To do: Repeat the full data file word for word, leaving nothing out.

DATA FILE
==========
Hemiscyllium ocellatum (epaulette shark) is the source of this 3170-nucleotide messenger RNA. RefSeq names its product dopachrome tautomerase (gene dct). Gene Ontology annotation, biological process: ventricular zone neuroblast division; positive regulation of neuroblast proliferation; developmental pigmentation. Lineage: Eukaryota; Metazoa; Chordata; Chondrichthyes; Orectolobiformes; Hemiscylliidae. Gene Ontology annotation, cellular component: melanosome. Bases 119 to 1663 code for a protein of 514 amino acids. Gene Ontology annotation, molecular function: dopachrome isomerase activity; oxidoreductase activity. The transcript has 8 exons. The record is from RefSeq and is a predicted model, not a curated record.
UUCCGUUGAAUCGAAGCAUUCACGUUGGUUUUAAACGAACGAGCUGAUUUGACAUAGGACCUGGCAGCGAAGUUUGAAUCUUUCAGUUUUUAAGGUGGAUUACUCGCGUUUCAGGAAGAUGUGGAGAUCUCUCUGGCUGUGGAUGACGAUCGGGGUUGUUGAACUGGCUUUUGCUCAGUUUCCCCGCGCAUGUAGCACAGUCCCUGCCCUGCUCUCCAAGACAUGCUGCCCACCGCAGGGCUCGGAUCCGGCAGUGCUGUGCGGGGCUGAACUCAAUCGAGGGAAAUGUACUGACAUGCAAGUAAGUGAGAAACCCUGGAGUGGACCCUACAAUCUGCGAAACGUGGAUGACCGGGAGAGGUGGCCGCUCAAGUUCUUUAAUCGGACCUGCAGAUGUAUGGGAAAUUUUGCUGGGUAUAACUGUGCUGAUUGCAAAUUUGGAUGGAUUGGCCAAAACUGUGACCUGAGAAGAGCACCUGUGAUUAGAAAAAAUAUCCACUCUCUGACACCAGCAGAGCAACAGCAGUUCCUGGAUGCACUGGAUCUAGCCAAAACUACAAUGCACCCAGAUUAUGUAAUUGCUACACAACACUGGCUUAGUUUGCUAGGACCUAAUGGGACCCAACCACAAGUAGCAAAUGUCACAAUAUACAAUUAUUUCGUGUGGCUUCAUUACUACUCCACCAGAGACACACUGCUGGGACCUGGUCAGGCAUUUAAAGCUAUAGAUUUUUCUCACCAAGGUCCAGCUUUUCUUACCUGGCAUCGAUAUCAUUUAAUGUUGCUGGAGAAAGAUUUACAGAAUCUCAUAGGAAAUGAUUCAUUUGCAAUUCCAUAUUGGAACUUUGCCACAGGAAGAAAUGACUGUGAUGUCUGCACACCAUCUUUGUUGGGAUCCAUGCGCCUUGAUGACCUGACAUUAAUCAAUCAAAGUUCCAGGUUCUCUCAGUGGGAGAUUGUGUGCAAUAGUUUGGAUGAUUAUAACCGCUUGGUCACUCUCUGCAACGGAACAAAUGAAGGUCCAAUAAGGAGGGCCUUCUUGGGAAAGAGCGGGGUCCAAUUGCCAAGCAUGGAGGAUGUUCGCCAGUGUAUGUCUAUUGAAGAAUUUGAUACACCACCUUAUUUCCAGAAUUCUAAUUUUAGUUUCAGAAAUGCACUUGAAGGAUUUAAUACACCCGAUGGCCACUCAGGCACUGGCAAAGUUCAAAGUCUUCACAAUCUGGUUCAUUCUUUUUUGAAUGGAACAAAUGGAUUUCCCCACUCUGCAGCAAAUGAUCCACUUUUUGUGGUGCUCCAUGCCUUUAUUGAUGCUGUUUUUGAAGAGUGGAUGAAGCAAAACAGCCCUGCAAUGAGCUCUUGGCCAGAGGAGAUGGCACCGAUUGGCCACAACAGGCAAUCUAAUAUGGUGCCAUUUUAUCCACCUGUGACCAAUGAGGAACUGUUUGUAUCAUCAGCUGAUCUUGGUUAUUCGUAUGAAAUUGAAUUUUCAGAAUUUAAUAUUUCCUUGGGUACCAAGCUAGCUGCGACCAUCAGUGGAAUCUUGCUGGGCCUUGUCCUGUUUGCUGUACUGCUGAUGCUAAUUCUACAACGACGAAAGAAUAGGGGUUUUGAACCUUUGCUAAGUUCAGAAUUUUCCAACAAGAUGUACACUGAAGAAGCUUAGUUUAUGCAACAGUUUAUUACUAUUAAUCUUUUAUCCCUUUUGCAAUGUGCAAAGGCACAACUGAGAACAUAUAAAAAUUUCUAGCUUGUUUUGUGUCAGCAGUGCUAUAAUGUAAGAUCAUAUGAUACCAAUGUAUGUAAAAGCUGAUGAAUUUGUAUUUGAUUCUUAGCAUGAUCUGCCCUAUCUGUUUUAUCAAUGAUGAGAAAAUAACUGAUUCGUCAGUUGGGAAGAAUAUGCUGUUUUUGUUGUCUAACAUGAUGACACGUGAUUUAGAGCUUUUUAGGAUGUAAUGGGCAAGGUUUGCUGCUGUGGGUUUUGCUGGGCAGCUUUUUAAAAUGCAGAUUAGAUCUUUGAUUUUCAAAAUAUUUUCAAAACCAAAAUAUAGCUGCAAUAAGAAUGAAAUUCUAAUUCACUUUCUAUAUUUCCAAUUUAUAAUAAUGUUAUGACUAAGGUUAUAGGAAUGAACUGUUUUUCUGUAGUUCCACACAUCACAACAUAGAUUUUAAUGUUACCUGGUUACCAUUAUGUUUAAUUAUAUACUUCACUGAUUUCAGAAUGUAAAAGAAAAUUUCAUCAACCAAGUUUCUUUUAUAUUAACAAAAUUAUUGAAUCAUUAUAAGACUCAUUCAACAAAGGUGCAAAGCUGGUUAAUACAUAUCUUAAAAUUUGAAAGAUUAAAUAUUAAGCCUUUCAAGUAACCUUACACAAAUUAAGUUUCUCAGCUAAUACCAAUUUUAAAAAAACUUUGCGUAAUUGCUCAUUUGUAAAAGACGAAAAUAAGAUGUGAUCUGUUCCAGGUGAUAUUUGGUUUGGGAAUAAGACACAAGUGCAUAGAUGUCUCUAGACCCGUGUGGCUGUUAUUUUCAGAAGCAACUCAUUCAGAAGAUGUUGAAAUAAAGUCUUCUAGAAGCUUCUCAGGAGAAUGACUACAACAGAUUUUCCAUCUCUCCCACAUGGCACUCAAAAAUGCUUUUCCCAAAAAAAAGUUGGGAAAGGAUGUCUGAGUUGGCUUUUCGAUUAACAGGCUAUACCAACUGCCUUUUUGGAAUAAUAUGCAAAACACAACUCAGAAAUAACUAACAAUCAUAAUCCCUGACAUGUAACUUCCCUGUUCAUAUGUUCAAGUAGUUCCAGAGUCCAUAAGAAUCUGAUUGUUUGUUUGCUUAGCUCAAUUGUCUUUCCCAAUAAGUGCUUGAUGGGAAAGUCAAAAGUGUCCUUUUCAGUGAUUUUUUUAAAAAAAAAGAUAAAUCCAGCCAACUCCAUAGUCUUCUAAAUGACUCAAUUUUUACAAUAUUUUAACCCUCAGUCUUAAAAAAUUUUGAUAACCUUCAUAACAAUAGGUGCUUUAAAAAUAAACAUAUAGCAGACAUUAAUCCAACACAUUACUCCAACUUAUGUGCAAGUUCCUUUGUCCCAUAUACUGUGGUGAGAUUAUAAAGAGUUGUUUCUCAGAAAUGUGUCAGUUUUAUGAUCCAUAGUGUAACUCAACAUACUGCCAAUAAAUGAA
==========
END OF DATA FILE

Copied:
Hemiscyllium ocellatum (epaulette shark) is the source of this 3170-nucleotide messenger RNA. RefSeq names its product dopachrome tautomerase (gene dct). Gene Ontology annotation, biological process: ventricular zone neuroblast division; positive regulation of neuroblast proliferation; developmental pigmentation. Lineage: Eukaryota; Metazoa; Chordata; Chondrichthyes; Orectolobiformes; Hemiscylliidae. Gene Ontology annotation, cellular component: melanosome. Bases 119 to 1663 code for a protein of 514 amino acids. Gene Ontology annotation, molecular function: dopachrome isomerase activity; oxidoreductase activity. The transcript has 8 exons. The record is from RefSeq and is a predicted model, not a curated record.
UUCCGUUGAAUCGAAGCAUUCACGUUGGUUUUAAACGAACGAGCUGAUUUGACAUAGGACCUGGCAGCGAAGUUUGAAUCUUUCAGUUUUUAAGGUGGAUUACUCGCGUUUCAGGAAGAUGUGGAGAUCUCUCUGGCUGUGGAUGACGAUCGGGGUUGUUGAACUGGCUUUUGCUCAGUUUCCCCGCGCAUGUAGCACAGUCCCUGCCCUGCUCUCCAAGACAUGCUGCCCACCGCAGGGCUCGGAUCCGGCAGUGCUGUGCGGGGCUGAACUCAAUCGAGGGAAAUGUACUGACAUGCAAGUAAGUGAGAAACCCUGGAGUGGACCCUACAAUCUGCGAAACGUGGAUGACCGGGAGAGGUGGCCGCUCAAGUUCUUUAAUCGGACCUGCAGAUGUAUGGGAAAUUUUGCUGGGUAUAACUGUGCUGAUUGCAAAUUUGGAUGGAUUGGCCAAAACUGUGACCUGAGAAGAGCACCUGUGAUUAGAAAAAAUAUCCACUCUCUGACACCAGCAGAGCAACAGCAGUUCCUGGAUGCACUGGAUCUAGCCAAAACUACAAUGCACCCAGAUUAUGUAAUUGCUACACAACACUGGCUUAGUUUGCUAGGACCUAAUGGGACCCAACCACAAGUAGCAAAUGUCACAAUAUACAAUUAUUUCGUGUGGCUUCAUUACUACUCCACCAGAGACACACUGCUGGGACCUGGUCAGGCAUUUAAAGCUAUAGAUUUUUCUCACCAAGGUCCAGCUUUUCUUACCUGGCAUCGAUAUCAUUUAAUGUUGCUGGAGAAAGAUUUACAGAAUCUCAUAGGAAAUGAUUCAUUUGCAAUUCCAUAUUGGAACUUUGCCACAGGAAGAAAUGACUGUGAUGUCUGCACACCAUCUUUGUUGGGAUCCAUGCGCCUUGAUGACCUGACAUUAAUCAAUCAAAGUUCCAGGUUCUCUCAGUGGGAGAUUGUGUGCAAUAGUUUGGAUGAUUAUAACCGCUUGGUCACUCUCUGCAACGGAACAAAUGAAGGUCCAAUAAGGAGGGCCUUCUUGGGAAAGAGCGGGGUCCAAUUGCCAAGCAUGGAGGAUGUUCGCCAGUGUAUGUCUAUUGAAGAAUUUGAUACACCACCUUAUUUCCAGAAUUCUAAUUUUAGUUUCAGAAAUGCACUUGAAGGAUUUAAUACACCCGAUGGCCACUCAGGCACUGGCAAAGUUCAAAGUCUUCACAAUCUGGUUCAUUCUUUUUUGAAUGGAACAAAUGGAUUUCCCCACUCUGCAGCAAAUGAUCCACUUUUUGUGGUGCUCCAUGCCUUUAUUGAUGCUGUUUUUGAAGAGUGGAUGAAGCAAAACAGCCCUGCAAUGAGCUCUUGGCCAGAGGAGAUGGCACCGAUUGGCCACAACAGGCAAUCUAAUAUGGUGCCAUUUUAUCCACCUGUGACCAAUGAGGAACUGUUUGUAUCAUCAGCUGAUCUUGGUUAUUCGUAUGAAAUUGAAUUUUCAGAAUUUAAUAUUUCCUUGGGUACCAAGCUAGCUGCGACCAUCAGUGGAAUCUUGCUGGGCCUUGUCCUGUUUGCUGUACUGCUGAUGCUAAUUCUACAACGACGAAAGAAUAGGGGUUUUGAACCUUUGCUAAGUUCAGAAUUUUCCAACAAGAUGUACACUGAAGAAGCUUAGUUUAUGCAACAGUUUAUUACUAUUAAUCUUUUAUCCCUUUUGCAAUGUGCAAAGGCACAACUGAGAACAUAUAAAAAUUUCUAGCUUGUUUUGUGUCAGCAGUGCUAUAAUGUAAGAUCAUAUGAUACCAAUGUAUGUAAAAGCUGAUGAAUUUGUAUUUGAUUCUUAGCAUGAUCUGCCCUAUCUGUUUUAUCAAUGAUGAGAAAAUAACUGAUUCGUCAGUUGGGAAGAAUAUGCUGUUUUUGUUGUCUAACAUGAUGACACGUGAUUUAGAGCUUUUUAGGAUGUAAUGGGCAAGGUUUGCUGCUGUGGGUUUUGCUGGGCAGCUUUUUAAAAUGCAGAUUAGAUCUUUGAUUUUCAAAAUAUUUUCAAAACCAAAAUAUAGCUGCAAUAAGAAUGAAAUUCUAAUUCACUUUCUAUAUUUCCAAUUUAUAAUAAUGUUAUGACUAAGGUUAUAGGAAUGAACUGUUUUUCUGUAGUUCCACACAUCACAACAUAGAUUUUAAUGUUACCUGGUUACCAUUAUGUUUAAUUAUAUACUUCACUGAUUUCAGAAUGUAAAAGAAAAUUUCAUCAACCAAGUUUCUUUUAUAUUAACAAAAUUAUUGAAUCAUUAUAAGACUCAUUCAACAAAGGUGCAAAGCUGGUUAAUACAUAUCUUAAAAUUUGAAAGAUUAAAUAUUAAGCCUUUCAAGUAACCUUACACAAAUUAAGUUUCUCAGCUAAUACCAAUUUUAAAAAAACUUUGCGUAAUUGCUCAUUUGUAAAAGACGAAAAUAAGAUGUGAUCUGUUCCAGGUGAUAUUUGGUUUGGGAAUAAGACACAAGUGCAUAGAUGUCUCUAGACCCGUGUGGCUGUUAUUUUCAGAAGCAACUCAUUCAGAAGAUGUUGAAAUAAAGUCUUCUAGAAGCUUCUCAGGAGAAUGACUACAACAGAUUUUCCAUCUCUCCCACAUGGCACUCAAAAAUGCUUUUCCCAAAAAAAAGUUGGGAAAGGAUGUCUGAGUUGGCUUUUCGAUUAACAGGCUAUACCAACUGCCUUUUUGGAAUAAUAUGCAAAACACAACUCAGAAAUAACUAACAAUCAUAAUCCCUGACAUGUAACUUCCCUGUUCAUAUGUUCAAGUAGUUCCAGAGUCCAUAAGAAUCUGAUUGUUUGUUUGCUUAGCUCAAUUGUCUUUCCCAAUAAGUGCUUGAUGGGAAAGUCAAAAGUGUCCUUUUCAGUGAUUUUUUUAAAAAAAAAGAUAAAUCCAGCCAACUCCAUAGUCUUCUAAAUGACUCAAUUUUUACAAUAUUUUAACCCUCAGUCUUAAAAAAUUUUGAUAACCUUCAUAACAAUAGGUGCUUUAAAAAUAAACAUAUAGCAGACAUUAAUCCAACACAUUACUCCAACUUAUGUGCAAGUUCCUUUGUCCCAUAUACUGUGGUGAGAUUAUAAAGAGUUGUUUCUCAGAAAUGUGUCAGUUUUAUGAUCCAUAGUGUAACUCAACAUACUGCCAAUAAAUGAA